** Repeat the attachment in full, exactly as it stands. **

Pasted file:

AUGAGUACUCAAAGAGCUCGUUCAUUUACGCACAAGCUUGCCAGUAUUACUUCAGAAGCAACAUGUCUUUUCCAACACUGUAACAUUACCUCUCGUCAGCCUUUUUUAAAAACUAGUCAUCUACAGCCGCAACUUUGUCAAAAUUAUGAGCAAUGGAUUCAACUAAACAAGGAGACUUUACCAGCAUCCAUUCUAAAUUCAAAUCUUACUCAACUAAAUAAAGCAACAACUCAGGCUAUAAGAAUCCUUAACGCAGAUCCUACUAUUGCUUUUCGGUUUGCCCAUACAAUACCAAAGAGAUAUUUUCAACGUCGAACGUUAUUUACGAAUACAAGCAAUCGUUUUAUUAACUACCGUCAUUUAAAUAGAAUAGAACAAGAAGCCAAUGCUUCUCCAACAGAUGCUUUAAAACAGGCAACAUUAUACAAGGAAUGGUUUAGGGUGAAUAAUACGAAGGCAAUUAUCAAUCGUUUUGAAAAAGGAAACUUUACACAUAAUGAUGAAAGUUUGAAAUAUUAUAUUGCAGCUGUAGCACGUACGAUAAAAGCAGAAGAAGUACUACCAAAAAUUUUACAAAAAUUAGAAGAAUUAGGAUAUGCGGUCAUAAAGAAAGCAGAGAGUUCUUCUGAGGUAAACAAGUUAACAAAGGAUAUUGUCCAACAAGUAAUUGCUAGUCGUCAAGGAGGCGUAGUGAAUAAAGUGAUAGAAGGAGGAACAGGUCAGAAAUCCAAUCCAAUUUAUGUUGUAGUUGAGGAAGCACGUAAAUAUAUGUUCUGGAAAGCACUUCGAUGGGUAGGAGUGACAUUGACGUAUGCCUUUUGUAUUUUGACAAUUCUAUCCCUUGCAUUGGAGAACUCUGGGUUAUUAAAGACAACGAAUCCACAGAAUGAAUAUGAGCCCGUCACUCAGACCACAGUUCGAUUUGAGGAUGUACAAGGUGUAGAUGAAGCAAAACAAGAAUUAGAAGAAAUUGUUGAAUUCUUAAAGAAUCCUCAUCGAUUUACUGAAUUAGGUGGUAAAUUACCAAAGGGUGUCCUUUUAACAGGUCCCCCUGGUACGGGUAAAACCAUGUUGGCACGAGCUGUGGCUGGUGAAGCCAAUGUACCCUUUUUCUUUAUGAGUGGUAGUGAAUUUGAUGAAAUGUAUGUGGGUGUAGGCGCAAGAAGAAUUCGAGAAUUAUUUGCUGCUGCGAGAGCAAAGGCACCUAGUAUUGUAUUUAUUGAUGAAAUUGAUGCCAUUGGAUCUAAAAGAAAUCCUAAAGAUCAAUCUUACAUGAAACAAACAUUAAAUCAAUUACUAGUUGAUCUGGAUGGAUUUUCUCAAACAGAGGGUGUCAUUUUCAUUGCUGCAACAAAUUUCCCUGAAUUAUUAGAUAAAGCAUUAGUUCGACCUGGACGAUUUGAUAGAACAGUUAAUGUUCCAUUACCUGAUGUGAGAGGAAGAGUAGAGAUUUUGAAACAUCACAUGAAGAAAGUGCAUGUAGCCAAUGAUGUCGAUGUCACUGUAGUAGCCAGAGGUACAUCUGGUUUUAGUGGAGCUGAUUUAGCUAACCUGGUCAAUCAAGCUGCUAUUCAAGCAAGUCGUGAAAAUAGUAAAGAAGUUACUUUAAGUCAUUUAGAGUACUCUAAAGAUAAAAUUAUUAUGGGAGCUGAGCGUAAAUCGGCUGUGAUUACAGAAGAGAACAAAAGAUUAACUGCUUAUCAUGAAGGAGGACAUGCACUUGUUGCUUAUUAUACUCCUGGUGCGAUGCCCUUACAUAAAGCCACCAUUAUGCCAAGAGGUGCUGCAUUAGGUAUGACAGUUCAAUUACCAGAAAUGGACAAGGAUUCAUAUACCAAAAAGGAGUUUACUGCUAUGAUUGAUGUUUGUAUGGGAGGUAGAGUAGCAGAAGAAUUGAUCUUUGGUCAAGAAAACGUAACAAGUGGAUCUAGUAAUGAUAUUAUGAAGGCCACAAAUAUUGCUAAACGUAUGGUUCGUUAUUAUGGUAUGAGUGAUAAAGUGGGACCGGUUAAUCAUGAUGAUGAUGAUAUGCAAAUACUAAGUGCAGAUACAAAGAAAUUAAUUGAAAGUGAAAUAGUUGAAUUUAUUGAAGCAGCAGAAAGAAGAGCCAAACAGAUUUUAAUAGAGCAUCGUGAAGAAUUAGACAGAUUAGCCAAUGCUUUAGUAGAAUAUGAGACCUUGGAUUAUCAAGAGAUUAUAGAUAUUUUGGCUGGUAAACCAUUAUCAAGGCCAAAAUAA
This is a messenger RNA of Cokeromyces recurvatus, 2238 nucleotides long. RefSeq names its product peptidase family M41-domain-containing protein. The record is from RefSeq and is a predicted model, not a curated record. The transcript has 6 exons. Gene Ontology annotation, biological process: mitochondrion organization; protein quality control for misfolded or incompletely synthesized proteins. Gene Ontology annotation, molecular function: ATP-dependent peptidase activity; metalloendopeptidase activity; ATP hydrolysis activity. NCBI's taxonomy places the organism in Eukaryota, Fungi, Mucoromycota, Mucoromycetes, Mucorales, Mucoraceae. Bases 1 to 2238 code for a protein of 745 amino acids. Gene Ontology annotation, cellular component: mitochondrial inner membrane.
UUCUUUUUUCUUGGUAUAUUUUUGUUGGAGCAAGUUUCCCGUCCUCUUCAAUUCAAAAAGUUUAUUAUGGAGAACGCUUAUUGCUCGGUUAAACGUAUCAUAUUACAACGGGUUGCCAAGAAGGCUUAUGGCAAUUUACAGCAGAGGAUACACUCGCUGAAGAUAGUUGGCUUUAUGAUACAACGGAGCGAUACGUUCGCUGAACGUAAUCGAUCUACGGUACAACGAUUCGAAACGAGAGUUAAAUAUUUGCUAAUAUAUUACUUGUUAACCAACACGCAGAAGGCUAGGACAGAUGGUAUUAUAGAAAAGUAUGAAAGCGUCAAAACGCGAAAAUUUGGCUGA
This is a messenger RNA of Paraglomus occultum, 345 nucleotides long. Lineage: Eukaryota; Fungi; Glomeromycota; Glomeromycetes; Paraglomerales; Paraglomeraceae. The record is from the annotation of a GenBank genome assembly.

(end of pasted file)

AUGAGUACUCAAAGAGCUCGUUCAUUUACGCACAAGCUUGCCAGUAUUACUUCAGAAGCAACAUGUCUUUUCCAACACUGUAACAUUACCUCUCGUCAGCCUUUUUUAAAAACUAGUCAUCUACAGCCGCAACUUUGUCAAAAUUAUGAGCAAUGGAUUCAACUAAACAAGGAGACUUUACCAGCAUCCAUUCUAAAUUCAAAUCUUACUCAACUAAAUAAAGCAACAACUCAGGCUAUAAGAAUCCUUAACGCAGAUCCUACUAUUGCUUUUCGGUUUGCCCAUACAAUACCAAAGAGAUAUUUUCAACGUCGAACGUUAUUUACGAAUACAAGCAAUCGUUUUAUUAACUACCGUCAUUUAAAUAGAAUAGAACAAGAAGCCAAUGCUUCUCCAACAGAUGCUUUAAAACAGGCAACAUUAUACAAGGAAUGGUUUAGGGUGAAUAAUACGAAGGCAAUUAUCAAUCGUUUUGAAAAAGGAAACUUUACACAUAAUGAUGAAAGUUUGAAAUAUUAUAUUGCAGCUGUAGCACGUACGAUAAAAGCAGAAGAAGUACUACCAAAAAUUUUACAAAAAUUAGAAGAAUUAGGAUAUGCGGUCAUAAAGAAAGCAGAGAGUUCUUCUGAGGUAAACAAGUUAACAAAGGAUAUUGUCCAACAAGUAAUUGCUAGUCGUCAAGGAGGCGUAGUGAAUAAAGUGAUAGAAGGAGGAACAGGUCAGAAAUCCAAUCCAAUUUAUGUUGUAGUUGAGGAAGCACGUAAAUAUAUGUUCUGGAAAGCACUUCGAUGGGUAGGAGUGACAUUGACGUAUGCCUUUUGUAUUUUGACAAUUCUAUCCCUUGCAUUGGAGAACUCUGGGUUAUUAAAGACAACGAAUCCACAGAAUGAAUAUGAGCCCGUCACUCAGACCACAGUUCGAUUUGAGGAUGUACAAGGUGUAGAUGAAGCAAAACAAGAAUUAGAAGAAAUUGUUGAAUUCUUAAAGAAUCCUCAUCGAUUUACUGAAUUAGGUGGUAAAUUACCAAAGGGUGUCCUUUUAACAGGUCCCCCUGGUACGGGUAAAACCAUGUUGGCACGAGCUGUGGCUGGUGAAGCCAAUGUACCCUUUUUCUUUAUGAGUGGUAGUGAAUUUGAUGAAAUGUAUGUGGGUGUAGGCGCAAGAAGAAUUCGAGAAUUAUUUGCUGCUGCGAGAGCAAAGGCACCUAGUAUUGUAUUUAUUGAUGAAAUUGAUGCCAUUGGAUCUAAAAGAAAUCCUAAAGAUCAAUCUUACAUGAAACAAACAUUAAAUCAAUUACUAGUUGAUCUGGAUGGAUUUUCUCAAACAGAGGGUGUCAUUUUCAUUGCUGCAACAAAUUUCCCUGAAUUAUUAGAUAAAGCAUUAGUUCGACCUGGACGAUUUGAUAGAACAGUUAAUGUUCCAUUACCUGAUGUGAGAGGAAGAGUAGAGAUUUUGAAACAUCACAUGAAGAAAGUGCAUGUAGCCAAUGAUGUCGAUGUCACUGUAGUAGCCAGAGGUACAUCUGGUUUUAGUGGAGCUGAUUUAGCUAACCUGGUCAAUCAAGCUGCUAUUCAAGCAAGUCGUGAAAAUAGUAAAGAAGUUACUUUAAGUCAUUUAGAGUACUCUAAAGAUAAAAUUAUUAUGGGAGCUGAGCGUAAAUCGGCUGUGAUUACAGAAGAGAACAAAAGAUUAACUGCUUAUCAUGAAGGAGGACAUGCACUUGUUGCUUAUUAUACUCCUGGUGCGAUGCCCUUACAUAAAGCCACCAUUAUGCCAAGAGGUGCUGCAUUAGGUAUGACAGUUCAAUUACCAGAAAUGGACAAGGAUUCAUAUACCAAAAAGGAGUUUACUGCUAUGAUUGAUGUUUGUAUGGGAGGUAGAGUAGCAGAAGAAUUGAUCUUUGGUCAAGAAAACGUAACAAGUGGAUCUAGUAAUGAUAUUAUGAAGGCCACAAAUAUUGCUAAACGUAUGGUUCGUUAUUAUGGUAUGAGUGAUAAAGUGGGACCGGUUAAUCAUGAUGAUGAUGAUAUGCAAAUACUAAGUGCAGAUACAAAGAAAUUAAUUGAAAGUGAAAUAGUUGAAUUUAUUGAAGCAGCAGAAAGAAGAGCCAAACAGAUUUUAAUAGAGCAUCGUGAAGAAUUAGACAGAUUAGCCAAUGCUUUAGUAGAAUAUGAGACCUUGGAUUAUCAAGAGAUUAUAGAUAUUUUGGCUGGUAAACCAUUAUCAAGGCCAAAAUAA
This is a messenger RNA of Cokeromyces recurvatus, 2238 nucleotides long. RefSeq names its product peptidase family M41-domain-containing protein. The record is from RefSeq and is a predicted model, not a curated record. The transcript has 6 exons. Gene Ontology annotation, biological process: mitochondrion organization; protein quality control for misfolded or incompletely synthesized proteins. Gene Ontology annotation, molecular function: ATP-dependent peptidase activity; metalloendopeptidase activity; ATP hydrolysis activity. NCBI's taxonomy places the organism in Eukaryota, Fungi, Mucoromycota, Mucoromycetes, Mucorales, Mucoraceae. Bases 1 to 2238 code for a protein of 745 amino acids. Gene Ontology annotation, cellular component: mitochondrial inner membrane.
UUCUUUUUUCUUGGUAUAUUUUUGUUGGAGCAAGUUUCCCGUCCUCUUCAAUUCAAAAAGUUUAUUAUGGAGAACGCUUAUUGCUCGGUUAAACGUAUCAUAUUACAACGGGUUGCCAAGAAGGCUUAUGGCAAUUUACAGCAGAGGAUACACUCGCUGAAGAUAGUUGGCUUUAUGAUACAACGGAGCGAUACGUUCGCUGAACGUAAUCGAUCUACGGUACAACGAUUCGAAACGAGAGUUAAAUAUUUGCUAAUAUAUUACUUGUUAACCAACACGCAGAAGGCUAGGACAGAUGGUAUUAUAGAAAAGUAUGAAAGCGUCAAAACGCGAAAAUUUGGCUGA
This is a messenger RNA of Paraglomus occultum, 345 nucleotides long. Lineage: Eukaryota; Fungi; Glomeromycota; Glomeromycetes; Paraglomerales; Paraglomeraceae. The record is from the annotation of a GenBank genome assembly.